In a landmark decision, the National Health Service of the United Kingdom announced it is loosening restrictions on gay and bisexual men donating blood. Using the recommendations of the FAIR (For the Assessment of Individualized Risk) steering group, the NHS will now conduct assessments based on an individual questionnaires, rather than using broader population-based assumptions. The change means neb who are sexually active with the same male partner for the prior three months can now be considered for donation. Previously, only men who had abstained from sexual relations with others for three months could donate blood.
“We welcome this decision by government to accept the recommendations made by FAIR in full,” Su Brailsford, associate medical director at NHS Blood and Transplant and Chair of FAIR, said in a statement. “We will keep collaborating with and listening to LGBT representatives, patients and current donors to make sure by Summer 2021, when we bring about these changes, that our process for getting accurate information from donors about their sexual behaviors is inclusive and done well.”
The new rules also differentiate between anal and oral sex. Those men who have anal sex with new partners are still ‘deferred’ or prevented from donating, while men who engage only in oral sex are not. Men who use PrEP are also temporarily deferred pending the results of a separate study.
“The UK is leading the way in ensuring that blood donation is more inclusive and now will allow many more gay, bisexual and other men who have sex with men to donate blood,” Dr Michael Brady, medical director at Terrence Higgins Trust, said in a statement, also noting there is “more work to do and we will continue to work to ensure that our blood donation service is inclusive, evidence based and both maximizes the numbers who can donate while ensuring our blood supply is safe.”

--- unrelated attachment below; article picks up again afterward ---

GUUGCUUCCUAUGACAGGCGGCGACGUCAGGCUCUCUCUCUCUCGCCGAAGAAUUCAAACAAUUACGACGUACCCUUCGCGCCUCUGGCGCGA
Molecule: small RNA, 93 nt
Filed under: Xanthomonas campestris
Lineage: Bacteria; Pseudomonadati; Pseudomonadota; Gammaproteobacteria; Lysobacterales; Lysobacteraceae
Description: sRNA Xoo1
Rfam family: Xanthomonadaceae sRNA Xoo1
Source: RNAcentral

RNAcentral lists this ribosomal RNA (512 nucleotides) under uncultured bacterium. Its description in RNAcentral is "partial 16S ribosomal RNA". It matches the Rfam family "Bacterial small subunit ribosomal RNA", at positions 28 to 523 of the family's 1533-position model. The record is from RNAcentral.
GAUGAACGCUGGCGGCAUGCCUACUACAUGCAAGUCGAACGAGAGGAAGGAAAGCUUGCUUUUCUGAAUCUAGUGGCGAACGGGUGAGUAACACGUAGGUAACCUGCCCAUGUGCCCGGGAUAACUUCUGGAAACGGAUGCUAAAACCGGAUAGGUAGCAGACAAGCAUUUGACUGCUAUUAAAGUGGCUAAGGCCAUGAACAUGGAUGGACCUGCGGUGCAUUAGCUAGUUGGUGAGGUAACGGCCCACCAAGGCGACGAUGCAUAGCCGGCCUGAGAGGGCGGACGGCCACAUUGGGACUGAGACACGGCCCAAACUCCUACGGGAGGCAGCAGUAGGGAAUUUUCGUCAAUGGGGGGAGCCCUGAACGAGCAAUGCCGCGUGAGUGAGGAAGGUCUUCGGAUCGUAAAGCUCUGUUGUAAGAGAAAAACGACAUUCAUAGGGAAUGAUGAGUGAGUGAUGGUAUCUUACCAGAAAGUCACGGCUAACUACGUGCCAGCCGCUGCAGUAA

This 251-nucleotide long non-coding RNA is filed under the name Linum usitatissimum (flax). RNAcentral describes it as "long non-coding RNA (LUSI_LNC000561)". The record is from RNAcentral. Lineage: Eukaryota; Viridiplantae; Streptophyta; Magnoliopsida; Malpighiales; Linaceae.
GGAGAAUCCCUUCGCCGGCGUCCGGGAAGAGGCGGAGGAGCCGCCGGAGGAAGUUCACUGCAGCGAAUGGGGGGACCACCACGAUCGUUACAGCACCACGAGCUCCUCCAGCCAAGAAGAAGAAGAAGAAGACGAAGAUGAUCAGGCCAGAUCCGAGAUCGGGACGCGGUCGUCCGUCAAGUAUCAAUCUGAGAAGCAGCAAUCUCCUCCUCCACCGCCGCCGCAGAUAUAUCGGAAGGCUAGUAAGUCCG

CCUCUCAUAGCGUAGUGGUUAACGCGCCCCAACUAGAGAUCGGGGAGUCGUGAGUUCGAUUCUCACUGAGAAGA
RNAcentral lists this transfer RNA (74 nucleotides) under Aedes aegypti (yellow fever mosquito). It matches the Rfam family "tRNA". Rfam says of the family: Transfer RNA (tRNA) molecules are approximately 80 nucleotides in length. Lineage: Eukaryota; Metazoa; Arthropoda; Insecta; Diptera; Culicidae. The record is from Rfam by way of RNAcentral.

“Patients rely on the generosity and altruism of donors for their lifesaving blood,” Ethan Spibey, founder of FreedomToDonate, said in a statement. “We are proud to have the safest blood supply in the world and I’m pleased to have concluded that these new changes to donor selection will keep blood just as safe.
Earlier this year in the United States, the Food and Drug Administration (FDA) revised their recommendations on blood donations by queer men and the men and women who have sex with them. Previously, that guideline stipulated that men who had sex with men and the women who had sex with them were barred from donating blood or plasma if they had been sexually active in the prior 12 months. The new guidelines shorten that deferral period to three months.
"The U.K. has taken a critical step in aligning their blood donation policy with science instead of stigma," Mathew Lasky, GLAAD's Director of Communications, said in a statement. "As the FDA continues to reconsider its blood donation policies here in the United States, the decision in the United Kingdom offers further proof that US blood donation policies for gay and bisexual men, and other LGBTQ people are, are outdated, out of line with science, and must change to be based on individual assessments rather than discriminatory blanket bans."